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Female-led cannabis companies receive ‘fraction of capital’ of male counterparts: Wana Brands CEO

·3 min read

Although the cannabis industry has become more widely accepted throughout the U.S., the number of companies led by women has not kept up.

According to the chief executive of Wana Brands, a female-led edibles company, a major part of this has to do with who gets the most funding: When women in the industry raise capital, their valuations can be 30% to 40% less than similar male-led companies, she said.

"They get a fraction of the capital in that case," Nancy Whiteman, CEO of Wana Brands, told Yahoo Finance at the Benzinga Cannabis Capital Conference (video above). "It's a little disheartening. You have this brand new industry. You'd think that it really has the opportunity to set a new path but unfortunately at this point, it looks very much like a traditional industry."

The percentage of female cannabis executives fell from 36.8% in 2019 to 22.1% in 2021. (Chart: MJBiz)
The percentage of female cannabis executives fell from 36.8% in 2019 to 22.1% in 2021. (Chart: MJBiz)

Across the U.S., 19.9% of cannabis businesses are owned by women, according to a report by MJ Biz Daily, and just 8% of all cannabis CEOs are women.

The MJ Biz report also found that 36.8% of executive positions in the cannabis industry were held by women in 2019. That number dropped to 22.1% in 2021. (The national average of women executives across all industries in 2020 was 29.8%.)

"Lack of access to capital remains a key challenge for women looking to start a plant-touching business, regardless of the market," the report stated. "The amount of money needed to start a plant-touching cannabis business can easily surpass six figures, and the networks of investors that can provide that amount of money — such as high-net-worth individuals and venture capital firms — can be hard for women to tap into. If they do find an investor, the women-owned businesses often receive less funding and fewer resources — such as mentorship and strategic guidance — than their male counterparts."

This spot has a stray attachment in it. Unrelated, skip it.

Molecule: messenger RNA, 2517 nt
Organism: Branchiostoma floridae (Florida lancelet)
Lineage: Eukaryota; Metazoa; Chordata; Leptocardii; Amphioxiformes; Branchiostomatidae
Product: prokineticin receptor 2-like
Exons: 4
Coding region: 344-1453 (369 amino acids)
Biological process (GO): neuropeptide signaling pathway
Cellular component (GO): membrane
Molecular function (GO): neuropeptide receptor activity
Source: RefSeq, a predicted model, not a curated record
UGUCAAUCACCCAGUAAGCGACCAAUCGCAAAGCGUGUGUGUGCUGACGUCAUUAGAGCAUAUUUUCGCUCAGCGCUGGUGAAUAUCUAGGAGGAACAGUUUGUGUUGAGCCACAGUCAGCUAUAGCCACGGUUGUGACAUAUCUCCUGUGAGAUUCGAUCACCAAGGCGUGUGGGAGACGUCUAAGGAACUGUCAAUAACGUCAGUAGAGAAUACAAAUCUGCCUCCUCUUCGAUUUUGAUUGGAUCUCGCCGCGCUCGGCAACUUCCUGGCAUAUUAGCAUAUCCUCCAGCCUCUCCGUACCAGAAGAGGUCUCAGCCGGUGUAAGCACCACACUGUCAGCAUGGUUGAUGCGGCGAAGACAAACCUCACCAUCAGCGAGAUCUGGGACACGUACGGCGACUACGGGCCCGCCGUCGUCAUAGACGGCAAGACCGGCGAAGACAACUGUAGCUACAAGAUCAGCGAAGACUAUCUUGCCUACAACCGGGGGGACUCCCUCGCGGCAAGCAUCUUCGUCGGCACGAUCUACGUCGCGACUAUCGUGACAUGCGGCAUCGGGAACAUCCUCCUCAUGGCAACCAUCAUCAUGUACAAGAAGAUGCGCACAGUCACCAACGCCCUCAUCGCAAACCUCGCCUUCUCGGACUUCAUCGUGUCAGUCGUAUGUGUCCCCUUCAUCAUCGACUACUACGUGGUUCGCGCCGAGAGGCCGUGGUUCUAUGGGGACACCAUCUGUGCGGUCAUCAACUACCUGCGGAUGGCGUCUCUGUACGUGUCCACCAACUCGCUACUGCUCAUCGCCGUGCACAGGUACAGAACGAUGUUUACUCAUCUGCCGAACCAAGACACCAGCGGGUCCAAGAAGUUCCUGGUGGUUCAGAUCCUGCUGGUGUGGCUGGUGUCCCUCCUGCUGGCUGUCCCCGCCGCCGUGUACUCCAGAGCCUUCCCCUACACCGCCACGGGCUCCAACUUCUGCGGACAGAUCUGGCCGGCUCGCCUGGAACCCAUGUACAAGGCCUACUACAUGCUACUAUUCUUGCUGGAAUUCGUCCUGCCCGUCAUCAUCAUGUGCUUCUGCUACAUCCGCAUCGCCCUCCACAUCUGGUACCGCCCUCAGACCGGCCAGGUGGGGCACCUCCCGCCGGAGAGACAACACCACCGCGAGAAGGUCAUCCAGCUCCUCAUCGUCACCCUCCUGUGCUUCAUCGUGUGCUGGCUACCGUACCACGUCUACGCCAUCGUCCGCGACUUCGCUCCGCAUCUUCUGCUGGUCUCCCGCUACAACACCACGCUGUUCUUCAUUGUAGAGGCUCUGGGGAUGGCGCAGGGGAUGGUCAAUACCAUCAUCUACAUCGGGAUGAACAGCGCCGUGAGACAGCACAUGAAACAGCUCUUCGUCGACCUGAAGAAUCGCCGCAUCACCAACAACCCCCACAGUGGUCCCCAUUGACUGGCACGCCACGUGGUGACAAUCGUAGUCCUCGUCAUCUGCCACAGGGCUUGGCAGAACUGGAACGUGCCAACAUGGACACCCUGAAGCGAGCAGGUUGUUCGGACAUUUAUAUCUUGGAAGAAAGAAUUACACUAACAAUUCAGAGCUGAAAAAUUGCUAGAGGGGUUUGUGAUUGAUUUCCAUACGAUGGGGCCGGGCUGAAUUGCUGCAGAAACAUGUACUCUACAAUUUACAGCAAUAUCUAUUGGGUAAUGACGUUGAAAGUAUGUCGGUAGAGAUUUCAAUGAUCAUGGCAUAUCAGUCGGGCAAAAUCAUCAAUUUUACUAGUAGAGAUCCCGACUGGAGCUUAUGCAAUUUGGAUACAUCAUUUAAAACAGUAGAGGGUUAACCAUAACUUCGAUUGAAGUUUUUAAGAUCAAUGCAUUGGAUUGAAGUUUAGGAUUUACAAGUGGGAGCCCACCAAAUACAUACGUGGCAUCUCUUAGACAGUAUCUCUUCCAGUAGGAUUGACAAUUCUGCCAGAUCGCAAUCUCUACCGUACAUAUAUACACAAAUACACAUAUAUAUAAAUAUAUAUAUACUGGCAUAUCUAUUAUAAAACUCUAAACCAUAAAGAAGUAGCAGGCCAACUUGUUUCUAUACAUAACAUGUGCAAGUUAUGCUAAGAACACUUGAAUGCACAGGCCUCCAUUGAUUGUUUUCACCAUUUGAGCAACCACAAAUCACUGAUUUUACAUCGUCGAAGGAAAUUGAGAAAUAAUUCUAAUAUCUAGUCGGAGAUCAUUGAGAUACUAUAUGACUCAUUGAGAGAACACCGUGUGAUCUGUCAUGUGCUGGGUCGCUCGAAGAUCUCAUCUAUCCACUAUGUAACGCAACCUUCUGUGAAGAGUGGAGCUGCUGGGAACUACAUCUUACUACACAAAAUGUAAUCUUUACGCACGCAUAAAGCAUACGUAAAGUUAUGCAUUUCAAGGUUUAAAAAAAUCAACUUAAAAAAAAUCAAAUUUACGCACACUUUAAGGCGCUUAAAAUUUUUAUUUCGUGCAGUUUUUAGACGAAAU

Additionally, according to the MJ Biz report, less than 5% of executive positions at cannabis-focused investment firms are held by women, which likely plays a role in why they're less likely to obtain funding.

A woman with a cannabis-themed face mask celebrates the 50th anniversary of 420 and the legalization of marijuana in New York on April 20, 2021 in New York City. (Photo by Roy Rochlin/Getty Images)
A woman with a cannabis-themed face mask celebrates the 50th anniversary of 420 and the legalization of marijuana in New York on April 20, 2021 in New York City. (Photo by Roy Rochlin/Getty Images)

"What has ended up happening is that as states have adopted more limited license models, it's become much more expensive to get in the game," Whiteman said. "And so, it favors the people who've traditionally had access to capital, which are men — white men."

A report by the Arcview Group laid out three pathways to achieving gender equity in the cannabis space: sponsored equity ownership (i.e. a larger company sponsoring a smaller company owned by a disenfranchised group without the same access to capital); employee equity ownership (which includes employee stock ownership plans, worker-owned cooperatives, and employee ownership trusts); and non-accredited equity ownership (companies using crowdfunding to issue securities).

Ethan is a writer for Yahoo Finance.

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